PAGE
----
Endoscopic ultrasonography (EUS) allows your doctor to examine the walls of your upper and lower gastrointestinal tract. The upper tract consists of the esophagus, stomach and duodenum; the lower tract includes your colon and rectum. EUS is also used to study other organs that are near the gastrointestinal tract, including the lungs, liver, gall bladder and pancreas.
EUS provides your doctor with more information than other tests by providing detailed images of your digestive tract. Your doctor can use EUS to diagnose certain conditions that may cause abdominal pain or abnormal weight loss.
EUS is also used to evaluate known abnormalities, including lumps or lesions, which were detected at a prior endoscopy or were seen on x-ray tests, such as a computed tomography (CT) scan. EUS provides a detailed image of the lump or lesion, which can help your doctor determine its origin and help treatment decisions. EUS can be used to diagnose diseases of the pancreas, bile duct and gallbladder when other tests are inconclusive or conflicting.
EUS is generally safe when performed at a center with an experienced and expert health care team. Your doctor will discuss with you the risk of complications from EUS . These risks are most commonly associated with fine-needle aspiration.
Risks may include:
– Tearing (perforation) of the intestinal wall or throat
– Pancreatitis, if fine-needle aspiration of the pancreas is done
Your endoscopist will use a thin, flexible tube called an endoscope that has a built-in miniature ultrasound probe. Your doctor will pass the endoscope through your mouth or anus to the area to be examined. Your doctor then will use the ultrasound to use sound waves to create visual images of the digestive tract.
There are many different tests which can be used to evaluate the pancreas. CT scans and MRI are types on non-invasive tests which allow for detailed imaging of the pancreas and the surrounding structures in the abdominal cavity. CT scans expose the patient to some amount of radiation. Furthermore, some patients are unable to receive IV contrast for their CT scans (due to allergies or kidney problems), and thus the quality of the pictures will be sub-optimal. A special kind of MRI called an MRCP can give high-quality pictures of the pancreas, the pancreas duct, and the bile ducts. However, some patients who are claustrophobic may decide against having an MRI performed.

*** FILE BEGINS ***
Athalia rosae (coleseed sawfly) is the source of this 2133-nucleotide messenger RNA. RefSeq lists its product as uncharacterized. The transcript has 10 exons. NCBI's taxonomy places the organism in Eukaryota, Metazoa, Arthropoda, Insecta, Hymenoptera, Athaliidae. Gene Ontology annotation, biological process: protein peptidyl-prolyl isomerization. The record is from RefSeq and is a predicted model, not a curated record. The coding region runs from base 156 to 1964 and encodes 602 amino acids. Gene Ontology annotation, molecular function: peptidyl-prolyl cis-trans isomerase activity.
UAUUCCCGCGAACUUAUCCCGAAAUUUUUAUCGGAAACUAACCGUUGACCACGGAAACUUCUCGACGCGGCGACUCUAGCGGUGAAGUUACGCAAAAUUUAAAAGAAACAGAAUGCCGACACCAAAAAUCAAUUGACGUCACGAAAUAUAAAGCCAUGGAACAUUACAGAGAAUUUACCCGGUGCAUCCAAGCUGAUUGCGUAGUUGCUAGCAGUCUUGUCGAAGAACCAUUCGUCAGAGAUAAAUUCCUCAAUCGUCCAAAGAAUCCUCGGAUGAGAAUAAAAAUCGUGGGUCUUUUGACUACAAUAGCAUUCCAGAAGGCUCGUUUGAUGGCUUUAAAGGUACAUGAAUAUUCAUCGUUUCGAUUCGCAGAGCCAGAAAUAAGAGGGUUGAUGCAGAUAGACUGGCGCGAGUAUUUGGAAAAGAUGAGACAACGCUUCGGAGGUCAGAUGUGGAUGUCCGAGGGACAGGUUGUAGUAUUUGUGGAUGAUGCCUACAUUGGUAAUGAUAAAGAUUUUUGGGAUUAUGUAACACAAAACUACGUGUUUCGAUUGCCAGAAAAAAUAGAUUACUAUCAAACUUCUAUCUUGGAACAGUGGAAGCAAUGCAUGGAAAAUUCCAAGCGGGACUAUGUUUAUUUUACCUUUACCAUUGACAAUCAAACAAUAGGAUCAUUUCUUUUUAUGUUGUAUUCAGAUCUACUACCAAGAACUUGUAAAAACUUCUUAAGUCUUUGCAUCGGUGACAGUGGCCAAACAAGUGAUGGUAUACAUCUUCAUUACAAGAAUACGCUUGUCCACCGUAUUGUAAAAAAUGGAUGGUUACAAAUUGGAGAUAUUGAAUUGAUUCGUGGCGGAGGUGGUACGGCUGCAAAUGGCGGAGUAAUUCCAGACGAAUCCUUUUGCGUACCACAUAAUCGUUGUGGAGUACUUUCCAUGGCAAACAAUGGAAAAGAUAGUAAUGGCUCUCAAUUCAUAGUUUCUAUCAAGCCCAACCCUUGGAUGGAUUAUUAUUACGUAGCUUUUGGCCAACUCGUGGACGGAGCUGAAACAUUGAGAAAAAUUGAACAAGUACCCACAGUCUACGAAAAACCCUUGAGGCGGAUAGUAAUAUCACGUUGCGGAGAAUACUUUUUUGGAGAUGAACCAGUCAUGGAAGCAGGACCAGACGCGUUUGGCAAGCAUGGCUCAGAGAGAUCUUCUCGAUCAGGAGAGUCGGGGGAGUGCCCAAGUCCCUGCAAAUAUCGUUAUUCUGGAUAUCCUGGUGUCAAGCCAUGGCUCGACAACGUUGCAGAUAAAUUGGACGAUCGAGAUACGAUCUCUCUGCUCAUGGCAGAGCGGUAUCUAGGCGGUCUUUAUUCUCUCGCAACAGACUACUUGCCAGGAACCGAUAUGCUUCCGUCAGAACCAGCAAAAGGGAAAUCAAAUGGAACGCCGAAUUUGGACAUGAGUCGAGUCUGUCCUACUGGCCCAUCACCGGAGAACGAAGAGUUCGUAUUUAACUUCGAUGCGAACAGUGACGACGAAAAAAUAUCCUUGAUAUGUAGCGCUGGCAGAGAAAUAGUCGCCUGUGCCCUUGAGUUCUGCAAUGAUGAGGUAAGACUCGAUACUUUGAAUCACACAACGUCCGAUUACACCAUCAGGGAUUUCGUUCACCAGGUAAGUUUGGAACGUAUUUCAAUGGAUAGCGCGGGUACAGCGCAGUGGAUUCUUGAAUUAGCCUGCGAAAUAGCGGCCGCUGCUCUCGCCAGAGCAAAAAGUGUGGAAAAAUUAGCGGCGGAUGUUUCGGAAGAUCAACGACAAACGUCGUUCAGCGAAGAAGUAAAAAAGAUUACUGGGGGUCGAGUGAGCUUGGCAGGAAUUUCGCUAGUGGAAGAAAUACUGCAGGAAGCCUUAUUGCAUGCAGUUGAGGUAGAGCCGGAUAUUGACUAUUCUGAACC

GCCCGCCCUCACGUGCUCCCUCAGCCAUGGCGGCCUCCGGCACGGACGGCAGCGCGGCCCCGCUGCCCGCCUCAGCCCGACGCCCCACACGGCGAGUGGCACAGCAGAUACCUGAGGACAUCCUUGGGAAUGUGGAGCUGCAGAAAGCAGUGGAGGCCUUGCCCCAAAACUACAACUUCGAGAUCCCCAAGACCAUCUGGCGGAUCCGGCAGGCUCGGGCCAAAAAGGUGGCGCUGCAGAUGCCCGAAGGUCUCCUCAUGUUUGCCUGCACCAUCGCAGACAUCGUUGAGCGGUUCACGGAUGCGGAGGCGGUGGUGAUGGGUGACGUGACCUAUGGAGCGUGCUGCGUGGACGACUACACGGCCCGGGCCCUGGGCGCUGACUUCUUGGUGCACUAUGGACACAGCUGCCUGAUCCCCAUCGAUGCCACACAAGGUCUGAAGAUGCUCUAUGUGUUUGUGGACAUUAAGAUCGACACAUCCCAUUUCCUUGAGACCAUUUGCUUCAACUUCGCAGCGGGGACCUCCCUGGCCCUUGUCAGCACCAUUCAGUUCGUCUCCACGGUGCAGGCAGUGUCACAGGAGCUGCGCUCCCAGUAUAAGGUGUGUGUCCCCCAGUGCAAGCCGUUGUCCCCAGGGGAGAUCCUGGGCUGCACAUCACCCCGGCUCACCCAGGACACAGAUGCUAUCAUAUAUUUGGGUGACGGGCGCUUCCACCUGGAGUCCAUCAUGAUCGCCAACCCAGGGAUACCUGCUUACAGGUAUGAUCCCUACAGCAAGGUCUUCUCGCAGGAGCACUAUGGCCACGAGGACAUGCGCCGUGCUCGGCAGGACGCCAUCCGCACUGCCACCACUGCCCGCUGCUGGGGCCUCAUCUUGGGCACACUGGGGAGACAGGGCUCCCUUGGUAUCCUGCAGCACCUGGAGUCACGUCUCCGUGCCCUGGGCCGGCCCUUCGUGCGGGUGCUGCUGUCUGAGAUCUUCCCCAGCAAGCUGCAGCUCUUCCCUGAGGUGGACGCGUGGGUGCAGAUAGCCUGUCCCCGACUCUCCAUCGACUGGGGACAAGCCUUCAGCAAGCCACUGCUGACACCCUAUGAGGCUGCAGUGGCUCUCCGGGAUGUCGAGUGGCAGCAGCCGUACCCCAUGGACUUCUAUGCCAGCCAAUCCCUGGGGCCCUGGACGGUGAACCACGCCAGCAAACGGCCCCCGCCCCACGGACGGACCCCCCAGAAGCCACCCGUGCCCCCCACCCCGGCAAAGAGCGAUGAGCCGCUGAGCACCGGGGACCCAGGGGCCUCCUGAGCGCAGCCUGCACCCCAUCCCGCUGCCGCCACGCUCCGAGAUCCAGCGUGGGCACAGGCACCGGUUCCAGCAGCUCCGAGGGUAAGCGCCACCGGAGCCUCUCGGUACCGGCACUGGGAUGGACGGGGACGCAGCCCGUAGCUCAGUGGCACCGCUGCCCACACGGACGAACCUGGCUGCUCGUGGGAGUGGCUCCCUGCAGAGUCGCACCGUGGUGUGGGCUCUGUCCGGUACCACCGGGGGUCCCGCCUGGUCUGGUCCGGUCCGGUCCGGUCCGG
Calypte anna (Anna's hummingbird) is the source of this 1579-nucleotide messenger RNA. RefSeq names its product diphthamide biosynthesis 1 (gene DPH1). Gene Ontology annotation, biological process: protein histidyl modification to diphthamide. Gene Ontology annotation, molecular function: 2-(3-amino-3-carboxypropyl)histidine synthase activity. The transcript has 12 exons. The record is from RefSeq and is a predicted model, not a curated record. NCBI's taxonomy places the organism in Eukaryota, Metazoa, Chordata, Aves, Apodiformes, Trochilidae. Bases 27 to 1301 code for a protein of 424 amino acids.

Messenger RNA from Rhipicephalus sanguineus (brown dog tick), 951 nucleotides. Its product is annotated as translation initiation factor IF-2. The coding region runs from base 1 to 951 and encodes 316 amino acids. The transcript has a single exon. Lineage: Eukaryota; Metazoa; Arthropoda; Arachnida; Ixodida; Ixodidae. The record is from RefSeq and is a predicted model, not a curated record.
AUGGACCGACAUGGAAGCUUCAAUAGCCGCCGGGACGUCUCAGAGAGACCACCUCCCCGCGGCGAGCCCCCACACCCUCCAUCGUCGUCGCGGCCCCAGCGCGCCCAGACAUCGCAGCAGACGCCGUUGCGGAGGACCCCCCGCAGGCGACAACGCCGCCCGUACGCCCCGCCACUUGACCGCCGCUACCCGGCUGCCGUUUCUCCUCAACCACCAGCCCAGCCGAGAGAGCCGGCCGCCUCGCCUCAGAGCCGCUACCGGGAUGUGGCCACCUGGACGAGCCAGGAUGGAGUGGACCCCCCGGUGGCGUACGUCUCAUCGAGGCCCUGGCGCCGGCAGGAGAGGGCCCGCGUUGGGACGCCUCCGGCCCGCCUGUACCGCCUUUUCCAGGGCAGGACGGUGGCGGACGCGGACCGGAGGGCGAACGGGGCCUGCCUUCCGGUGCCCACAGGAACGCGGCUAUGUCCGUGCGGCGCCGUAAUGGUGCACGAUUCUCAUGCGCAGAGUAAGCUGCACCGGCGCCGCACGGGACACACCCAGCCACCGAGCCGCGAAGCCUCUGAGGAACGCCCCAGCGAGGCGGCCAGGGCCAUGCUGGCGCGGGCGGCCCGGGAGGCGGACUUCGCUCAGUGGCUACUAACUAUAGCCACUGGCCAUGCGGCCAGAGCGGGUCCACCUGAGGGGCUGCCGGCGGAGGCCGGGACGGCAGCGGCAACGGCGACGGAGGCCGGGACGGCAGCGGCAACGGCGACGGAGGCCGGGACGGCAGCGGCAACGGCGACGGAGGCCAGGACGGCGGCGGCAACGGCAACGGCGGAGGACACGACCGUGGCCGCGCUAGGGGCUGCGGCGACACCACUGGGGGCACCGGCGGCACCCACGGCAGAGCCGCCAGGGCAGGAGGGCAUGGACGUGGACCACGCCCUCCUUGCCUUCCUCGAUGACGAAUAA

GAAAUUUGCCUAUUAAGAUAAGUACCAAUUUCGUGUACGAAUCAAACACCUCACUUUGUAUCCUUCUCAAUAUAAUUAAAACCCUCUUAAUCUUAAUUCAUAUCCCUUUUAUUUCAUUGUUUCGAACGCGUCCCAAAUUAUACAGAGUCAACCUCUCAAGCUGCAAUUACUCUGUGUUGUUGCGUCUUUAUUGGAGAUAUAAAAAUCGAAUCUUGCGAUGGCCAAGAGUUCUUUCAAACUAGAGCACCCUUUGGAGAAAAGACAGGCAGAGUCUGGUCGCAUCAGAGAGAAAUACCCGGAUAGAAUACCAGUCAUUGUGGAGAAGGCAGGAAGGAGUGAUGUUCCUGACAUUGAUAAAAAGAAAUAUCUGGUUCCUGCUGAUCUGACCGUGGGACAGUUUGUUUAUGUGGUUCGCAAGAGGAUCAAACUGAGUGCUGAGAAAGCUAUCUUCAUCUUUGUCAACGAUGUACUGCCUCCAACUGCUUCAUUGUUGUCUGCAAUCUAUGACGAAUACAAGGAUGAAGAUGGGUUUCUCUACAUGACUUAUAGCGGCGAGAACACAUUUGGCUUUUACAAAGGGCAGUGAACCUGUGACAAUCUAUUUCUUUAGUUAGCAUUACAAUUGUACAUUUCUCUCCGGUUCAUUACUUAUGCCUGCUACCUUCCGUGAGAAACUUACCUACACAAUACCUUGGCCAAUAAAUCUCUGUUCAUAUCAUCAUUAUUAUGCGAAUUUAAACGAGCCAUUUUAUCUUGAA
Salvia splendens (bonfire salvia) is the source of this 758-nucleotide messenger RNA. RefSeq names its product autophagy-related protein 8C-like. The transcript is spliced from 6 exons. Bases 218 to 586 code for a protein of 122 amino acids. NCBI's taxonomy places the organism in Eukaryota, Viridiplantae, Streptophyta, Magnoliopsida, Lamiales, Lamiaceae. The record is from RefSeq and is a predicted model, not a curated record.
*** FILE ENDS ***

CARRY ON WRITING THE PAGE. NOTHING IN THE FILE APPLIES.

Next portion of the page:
As discussed, EUS allows the physician to get in very close proximity to the pancreas, which results in very detailed imaging of the organ. The endoscopist can often times visualize details of the pancreas that cannot be seen with either CT or MRCP. Furthermore, there is no exposure to radiation and no need for contrast to be given. In addition, because the EUS scope has a video camera on it, endoscopic evaluation of the esophagus, stomach, and first part of the small intestine can also be evaluated at the time of the EUS. This is important for some patients who are having a work-up for abdominal pain as it allows for a complete examination of the upper GI system.
The biggest advantage of EUS is that, unlike with CT or MRCP, pancreatic biopsies can be safely and easily obtained at the time of the exam.
After the EUS procedure, the patient remains in the recovery room until the sedative medicine has worn off. The patient should not drive a vehicle after the procedure.
Patients may feel full or the need to pass gas after the procedure. Also, the patient may have changes in bowel habits, such as soft stool. The healthcare team provides instructions on eating and drinking after an EUS.
Call your doctor immediately or go to an emergency room if you experience any of the following signs or symptoms:
– Chest pain
– Shortness of breath
– Black or very dark-colored stool
– Severe or persistent abdominal pain